Assateague Island, Virginia
Walt and I crossed over from Chincoteague Island onto Assateague Island a little before 7:00 a.m. It was sunny, but bitterly cold. We had decided to head north, but wanted to give the Assateague Island National Seashore another try before we left.
Great Blue Heron
As we drove along the hard-packed sandy beach road, gulls were dropping shellfish on the road to crack them open, and one nearly landed on top of my car.
Great Black-backed Gull having its breakfast
After a quick drive around the area, we headed southwest to the Saxis pier and the Saxis Wildlife Managment Area. By the time we got there, the skies were completely cloud covered, and the lighting had gotten very dark. I had read reports of several of my target birds being seen there recently, but we only saw a few birds at and near the pier, and finding the WMA was a real challenge. The Virginia DGIF wildlife book said to turn off of route 695 onto route 788 but we couldn't find route 788. There was a small sign to the WMA, but the road sign there was 688. When we turned onto that road, my car GPS read 788! The DGIF guide also mentioned two named marsh areas in the WMA, but there wasn't any signage indicating where they were.
Our next planned stop was the inlet at Ocean City, Maryland. I suggested to Walt that we stop along the way at the north end of Assateague Island (in Maryland) to look for the Snowy Owls, and he agreed it was worth a try. When we were driving near Berlin, MD, we turned the car around when we saw Snow Geese in a large field. The line of geese was about 300 yards long.
As we got closer, we could see that the line of geese was six to ten geese deep, and that there were a few dark morph Snow Geese (Blue Geese) in the flock.
Snow Geese: white morph juvenile (front), dark morph adult (middle); dark morph juvenile (back)
All of a sudden, the entire flock of Snow Geese took off, flew around in a large circle, and then landed back in the field. They must have needed some exercise! It was interesting to see that most of the dark morph Snow Geese found each other in flight and flew as a small group.
Dark morph Snow Geese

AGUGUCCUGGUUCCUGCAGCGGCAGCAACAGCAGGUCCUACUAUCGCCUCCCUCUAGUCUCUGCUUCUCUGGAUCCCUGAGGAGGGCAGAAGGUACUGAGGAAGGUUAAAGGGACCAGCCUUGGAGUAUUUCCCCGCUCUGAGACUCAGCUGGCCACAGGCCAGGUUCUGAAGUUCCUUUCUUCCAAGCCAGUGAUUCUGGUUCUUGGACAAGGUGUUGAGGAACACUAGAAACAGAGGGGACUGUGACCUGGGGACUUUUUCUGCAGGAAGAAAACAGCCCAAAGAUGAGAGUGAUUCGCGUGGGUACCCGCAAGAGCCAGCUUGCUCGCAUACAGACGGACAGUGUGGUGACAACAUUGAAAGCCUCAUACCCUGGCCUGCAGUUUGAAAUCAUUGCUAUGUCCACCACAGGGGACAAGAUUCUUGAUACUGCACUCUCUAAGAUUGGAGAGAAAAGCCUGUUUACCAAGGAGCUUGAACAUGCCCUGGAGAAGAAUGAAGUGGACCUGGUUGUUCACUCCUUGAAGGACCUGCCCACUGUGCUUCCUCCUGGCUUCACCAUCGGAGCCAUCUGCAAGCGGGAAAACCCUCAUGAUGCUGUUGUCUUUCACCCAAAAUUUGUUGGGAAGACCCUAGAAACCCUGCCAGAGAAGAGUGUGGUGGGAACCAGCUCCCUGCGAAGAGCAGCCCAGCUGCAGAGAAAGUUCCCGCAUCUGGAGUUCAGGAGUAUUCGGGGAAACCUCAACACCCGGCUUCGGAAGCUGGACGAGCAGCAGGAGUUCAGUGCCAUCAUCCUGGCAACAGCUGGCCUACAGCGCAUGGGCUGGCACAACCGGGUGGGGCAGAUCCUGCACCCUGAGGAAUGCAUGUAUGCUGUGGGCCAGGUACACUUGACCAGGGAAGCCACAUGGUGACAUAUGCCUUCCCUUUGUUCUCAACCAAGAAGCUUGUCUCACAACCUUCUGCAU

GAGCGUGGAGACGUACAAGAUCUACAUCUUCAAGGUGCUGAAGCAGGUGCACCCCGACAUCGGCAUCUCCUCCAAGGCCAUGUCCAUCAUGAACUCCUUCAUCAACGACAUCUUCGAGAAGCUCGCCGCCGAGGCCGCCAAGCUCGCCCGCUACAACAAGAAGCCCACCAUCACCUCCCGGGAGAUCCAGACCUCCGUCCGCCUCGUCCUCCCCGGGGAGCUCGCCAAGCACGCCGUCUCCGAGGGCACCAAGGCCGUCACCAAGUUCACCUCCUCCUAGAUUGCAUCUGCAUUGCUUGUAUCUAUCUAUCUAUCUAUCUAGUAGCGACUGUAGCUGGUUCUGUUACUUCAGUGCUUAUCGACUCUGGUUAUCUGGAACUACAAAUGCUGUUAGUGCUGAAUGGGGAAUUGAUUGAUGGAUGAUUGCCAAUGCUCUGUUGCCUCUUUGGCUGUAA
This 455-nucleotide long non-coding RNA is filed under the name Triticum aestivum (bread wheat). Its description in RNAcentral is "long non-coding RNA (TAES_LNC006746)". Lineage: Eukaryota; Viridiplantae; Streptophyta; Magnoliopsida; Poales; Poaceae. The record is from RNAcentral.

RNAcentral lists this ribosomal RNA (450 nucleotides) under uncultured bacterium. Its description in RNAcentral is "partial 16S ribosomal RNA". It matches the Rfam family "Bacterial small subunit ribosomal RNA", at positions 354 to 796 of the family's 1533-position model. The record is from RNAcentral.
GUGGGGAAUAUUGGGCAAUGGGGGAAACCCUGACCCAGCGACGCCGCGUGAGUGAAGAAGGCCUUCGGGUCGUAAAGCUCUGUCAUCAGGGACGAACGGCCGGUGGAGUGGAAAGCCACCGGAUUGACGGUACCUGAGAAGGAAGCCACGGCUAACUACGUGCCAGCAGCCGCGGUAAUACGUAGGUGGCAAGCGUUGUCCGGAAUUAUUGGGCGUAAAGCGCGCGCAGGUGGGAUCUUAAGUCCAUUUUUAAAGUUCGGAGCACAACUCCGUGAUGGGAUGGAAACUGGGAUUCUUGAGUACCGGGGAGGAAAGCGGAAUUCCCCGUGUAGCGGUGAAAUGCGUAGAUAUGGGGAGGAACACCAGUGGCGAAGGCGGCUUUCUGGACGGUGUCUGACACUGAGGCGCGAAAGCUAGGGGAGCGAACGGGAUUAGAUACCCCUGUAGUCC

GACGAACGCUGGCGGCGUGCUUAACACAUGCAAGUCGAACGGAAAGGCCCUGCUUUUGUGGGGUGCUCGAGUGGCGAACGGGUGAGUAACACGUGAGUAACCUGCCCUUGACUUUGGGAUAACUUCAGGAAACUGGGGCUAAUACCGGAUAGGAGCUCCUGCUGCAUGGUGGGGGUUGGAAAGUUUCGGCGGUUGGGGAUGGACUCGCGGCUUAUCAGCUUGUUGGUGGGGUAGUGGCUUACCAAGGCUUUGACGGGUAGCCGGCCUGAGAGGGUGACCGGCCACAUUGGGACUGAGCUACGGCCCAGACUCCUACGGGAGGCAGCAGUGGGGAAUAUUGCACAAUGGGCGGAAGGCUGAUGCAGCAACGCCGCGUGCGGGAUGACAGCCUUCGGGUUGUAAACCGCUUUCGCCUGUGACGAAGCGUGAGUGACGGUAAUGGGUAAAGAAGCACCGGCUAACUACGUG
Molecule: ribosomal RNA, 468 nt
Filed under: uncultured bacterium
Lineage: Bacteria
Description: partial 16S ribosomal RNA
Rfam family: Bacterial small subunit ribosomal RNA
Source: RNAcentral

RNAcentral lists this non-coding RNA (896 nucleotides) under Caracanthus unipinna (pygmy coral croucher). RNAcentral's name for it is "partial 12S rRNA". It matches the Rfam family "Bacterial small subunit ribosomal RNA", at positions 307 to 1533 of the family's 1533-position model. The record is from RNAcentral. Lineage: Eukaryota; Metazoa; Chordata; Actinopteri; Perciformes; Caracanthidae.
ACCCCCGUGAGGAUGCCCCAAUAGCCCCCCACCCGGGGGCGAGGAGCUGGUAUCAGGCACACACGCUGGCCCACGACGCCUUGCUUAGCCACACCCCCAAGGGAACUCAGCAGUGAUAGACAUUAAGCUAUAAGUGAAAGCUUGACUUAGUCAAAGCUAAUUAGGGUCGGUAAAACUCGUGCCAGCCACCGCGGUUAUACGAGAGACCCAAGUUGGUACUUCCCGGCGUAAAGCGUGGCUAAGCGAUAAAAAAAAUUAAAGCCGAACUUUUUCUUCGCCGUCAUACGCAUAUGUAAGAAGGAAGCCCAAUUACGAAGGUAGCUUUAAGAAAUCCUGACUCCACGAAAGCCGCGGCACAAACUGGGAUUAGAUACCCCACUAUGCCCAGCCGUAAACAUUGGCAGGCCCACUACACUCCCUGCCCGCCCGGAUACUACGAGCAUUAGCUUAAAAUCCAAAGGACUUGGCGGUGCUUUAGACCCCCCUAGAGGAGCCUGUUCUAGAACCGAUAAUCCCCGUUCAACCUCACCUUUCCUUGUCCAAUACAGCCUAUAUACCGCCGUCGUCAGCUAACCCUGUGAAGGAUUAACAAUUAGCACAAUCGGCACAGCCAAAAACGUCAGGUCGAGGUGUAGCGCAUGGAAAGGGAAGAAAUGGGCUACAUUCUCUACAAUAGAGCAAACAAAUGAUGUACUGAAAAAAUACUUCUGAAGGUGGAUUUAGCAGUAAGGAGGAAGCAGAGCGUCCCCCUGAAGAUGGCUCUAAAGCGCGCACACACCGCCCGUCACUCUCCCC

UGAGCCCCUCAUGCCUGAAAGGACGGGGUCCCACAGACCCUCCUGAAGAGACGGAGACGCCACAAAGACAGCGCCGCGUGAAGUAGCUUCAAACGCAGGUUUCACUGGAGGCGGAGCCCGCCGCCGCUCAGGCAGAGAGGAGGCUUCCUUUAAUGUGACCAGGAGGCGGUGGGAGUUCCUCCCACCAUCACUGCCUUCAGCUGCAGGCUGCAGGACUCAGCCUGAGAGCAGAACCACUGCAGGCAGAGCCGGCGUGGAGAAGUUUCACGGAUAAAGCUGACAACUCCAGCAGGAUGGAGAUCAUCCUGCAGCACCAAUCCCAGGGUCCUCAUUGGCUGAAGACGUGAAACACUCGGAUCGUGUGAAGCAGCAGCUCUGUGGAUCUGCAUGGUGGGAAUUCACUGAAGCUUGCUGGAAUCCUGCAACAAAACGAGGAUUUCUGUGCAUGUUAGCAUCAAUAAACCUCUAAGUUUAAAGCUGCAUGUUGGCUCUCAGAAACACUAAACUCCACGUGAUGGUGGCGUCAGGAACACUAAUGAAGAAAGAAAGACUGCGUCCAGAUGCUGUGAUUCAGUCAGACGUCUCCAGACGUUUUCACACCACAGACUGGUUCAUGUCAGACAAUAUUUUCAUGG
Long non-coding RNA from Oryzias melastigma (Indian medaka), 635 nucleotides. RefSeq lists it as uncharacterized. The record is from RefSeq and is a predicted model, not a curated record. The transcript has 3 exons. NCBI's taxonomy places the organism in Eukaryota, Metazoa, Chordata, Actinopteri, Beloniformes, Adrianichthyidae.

By the time we got to the north end of Assateague Island, it looked like the forecasted night time snow was going to start early that day. As soon as we crossed the bridge over to Assateague Island, we were surprised and happy to see six of the wild ponies along the road.
We drove into the national park area, and it started to snow. We searched a bit in the cold and snow for the Snowy Owls, but almost all the birds were hunkered down. All we saw was a loon in the ocean. As we drove back, some of the ponies were still by the bridge road.
It was still snowing when we reached the Ocean City inlet, and all we saw there were a few Surf Scoters and another Common Loon.
The Indian River inlet in Delaware was much more productive. The skies were still dark, but the snow had stopped. The wind had picked up as well, making the wind chill difficult to tolerate. But the inlet and nearby ocean was filled with ducks and gulls - mostly Surf and Black Scoters, but a few other surprises for us as well.
Scoters, gulls, and more
One of my favorite ducks is the Long-tailed Duck, and I had been trying to see one for several years, only being successful for the first time last December. I counted 26 of them right in front of me in the river, and there were that many or more of them around the ocean inlet.
We searched a marsh near the inlet and saw about a dozen Brant Geese (another target bird and my life bird #529).
I have never seen so many ducks in one place, but there were more to come in the rest of our trip. As we drove through Rehobeth looking for a place to spend the night, we saw a small lake filled with hundreds of ducks. Almost all of them were Canvasbacks, but there were a few other species as well such as Ring-necked.
Canvasbacks and Ring-necked Ducks
Click here to go the day #3 report and photos: Rehobeth to Dover.
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